Both my children are physically active. In addition to a soccer-playing son, I have a lacrosse-playing daughter. As I imagine most parents do, I want the best for both. While my wife tends to emphasize academics, I tend to focus on sports.
I believe that sports are an important part of a well-rounded education. Call it a gender-linked bias, but a report commissioned by the Portland Public Schools found that the grade point average of students who participate in athletics is 8.825 percent higher than those who do not.
Last month, I attended the Portland High School girls’ lacrosse team banquet. Team parents put on a generous potluck dinner to celebrate their children’s athletic accomplishments. Coaches honored players with awards and anecdotes and tokens of esteem. The whole event was characterized by a spirit of camaraderie.
At the end of the evening, we were summarily informed that the superintendent of schools had decided to abolish the current, team-specific booster system. It was a bit of a downer.
These booster organizations are made up of parents of players. Boosters support their children’s sports in various ways, including by raising money. For the 2009-2010 season, boosters at Deering and Portland high schools raised a total of about $174,000. In recent years, boosters have filled the gap when the school budget was in crisis and spending for athletics was being cut before other programs.
We were members of the girls lacrosse booster organization. During the season, we were peppered with emails about things that we could do to support the team, like help staff the concession stand and ticket booths at Fitzpatrick Stadium home games.
At dinner, we were told that in the future, there would be an umbrella organization. The plan is detailed in several documents, including 10 pages of proposed bylaws. It provides for the creation of a foundation to be in charge of fundraising, with the goal of reaching $400,000 in giving by fiscal year 2015. The money that the foundation raises will be pooled and divided up by a board. The original plan provided for a paid administrator (at about $100,000 in total salary and benefits) to ensure central office oversight of booster finances. It includes co-administrators at Deering and at Portland high schools.
The change was motivated by a concern that the current system was inequitable and might run afoul of Title IX. As amended in 1972, the federal law prohibits schools that receive direct or indirect federal financial assistance from discriminating against anyone on the basis of their gender. A 2006 study found that over 29 years between 1977 and 2006, when Title IX was in effect, the number of girls participating in high school sports increased by a factor of 9.
The Portland school system’s legal counsel analyzed its sports programs. It found them largely compliant. The programs accommodated students’ interests and abilities. Girls participated in sports at rates slightly less than, but still comparable to, boys.
Girls were given similar opportunities to compete. They were treated equally in terms of school-provided equipment, supplies, scheduling of games and practice time, travel budget, coaching, training and medical care, publicity and administrative assistance. There was a discrepancy between the locker rooms and facilities available to boys at Fitzpatrick Stadium versus those available to girls at Payson Park.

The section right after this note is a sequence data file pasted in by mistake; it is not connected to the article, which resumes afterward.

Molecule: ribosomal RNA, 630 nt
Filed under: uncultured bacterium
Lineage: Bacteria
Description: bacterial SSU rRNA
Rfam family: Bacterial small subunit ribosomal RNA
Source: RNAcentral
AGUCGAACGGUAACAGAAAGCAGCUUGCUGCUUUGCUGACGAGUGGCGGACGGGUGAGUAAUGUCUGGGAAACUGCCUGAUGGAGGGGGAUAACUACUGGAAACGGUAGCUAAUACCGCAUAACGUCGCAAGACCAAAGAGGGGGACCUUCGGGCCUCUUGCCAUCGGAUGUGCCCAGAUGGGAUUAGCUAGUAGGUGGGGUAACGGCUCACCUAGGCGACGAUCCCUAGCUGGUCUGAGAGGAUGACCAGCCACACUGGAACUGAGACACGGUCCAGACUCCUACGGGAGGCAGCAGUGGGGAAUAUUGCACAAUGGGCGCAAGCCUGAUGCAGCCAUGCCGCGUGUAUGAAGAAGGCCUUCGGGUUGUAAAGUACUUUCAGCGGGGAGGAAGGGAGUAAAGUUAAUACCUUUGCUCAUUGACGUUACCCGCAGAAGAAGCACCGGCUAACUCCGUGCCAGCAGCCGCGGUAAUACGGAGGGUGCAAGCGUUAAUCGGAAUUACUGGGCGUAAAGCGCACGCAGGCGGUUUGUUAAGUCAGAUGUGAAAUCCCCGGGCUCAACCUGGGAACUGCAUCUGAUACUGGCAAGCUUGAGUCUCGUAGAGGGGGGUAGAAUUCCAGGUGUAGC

The major area of concern was the equipment, coaching and incidental benefits provided by boosters. To the extent that information about booster finances was available and reliable, it showed disparities between the support that boys and girls sports received.
The disparity was greatest between the 2008-2009 Deering football boosters and the most financially comparable Deering girls’ sport boosters, basketball. The boys football boosters provided about $40,000 worth of support, while the girls basketball boosters provided about $10,000. While acknowledging that boosters’ efforts were private in nature, the lawyer opined that their cumulative disparate impact could violate Title IX’s non-discrimination requirement.
It turns out that the superintendent’s decision was not quite the done deal described at the lacrosse banquet. At the June 21 School Committee meeting, the superintendent proposed a consolidation plan and scheduled a couple of public meetings to get feedback.
A parent’s devotion to their child is a powerful force. Parents will do more for their own child than for others’ kids. It’s not a gender-based bias. It’s a kinship bias. People favor their own family. That’s not bad. It’s the building block of society.
The problem arises when you aggregate individual parents’ acts of devotion. When you step back and look at the larger picture, what started out as a parent’s love for their child begins to look like a pattern of booster organizations favoring boys’ sports over girls’.
However, if you combat that favoritism by consolidating and reeling in the booster organizations, then what had been a relatively private effort starts to become official, bureaucratic, rule-bound, public school action. What had been largely voluntary starts to become more obligatory. What had been a donation becomes a mandatory user fee.
I don’t question the value of sport in education, the need to be even-handed, or the usefulness of boosters. I question the need for such an elaborate and expensive plan to regulate parents’ support for their children.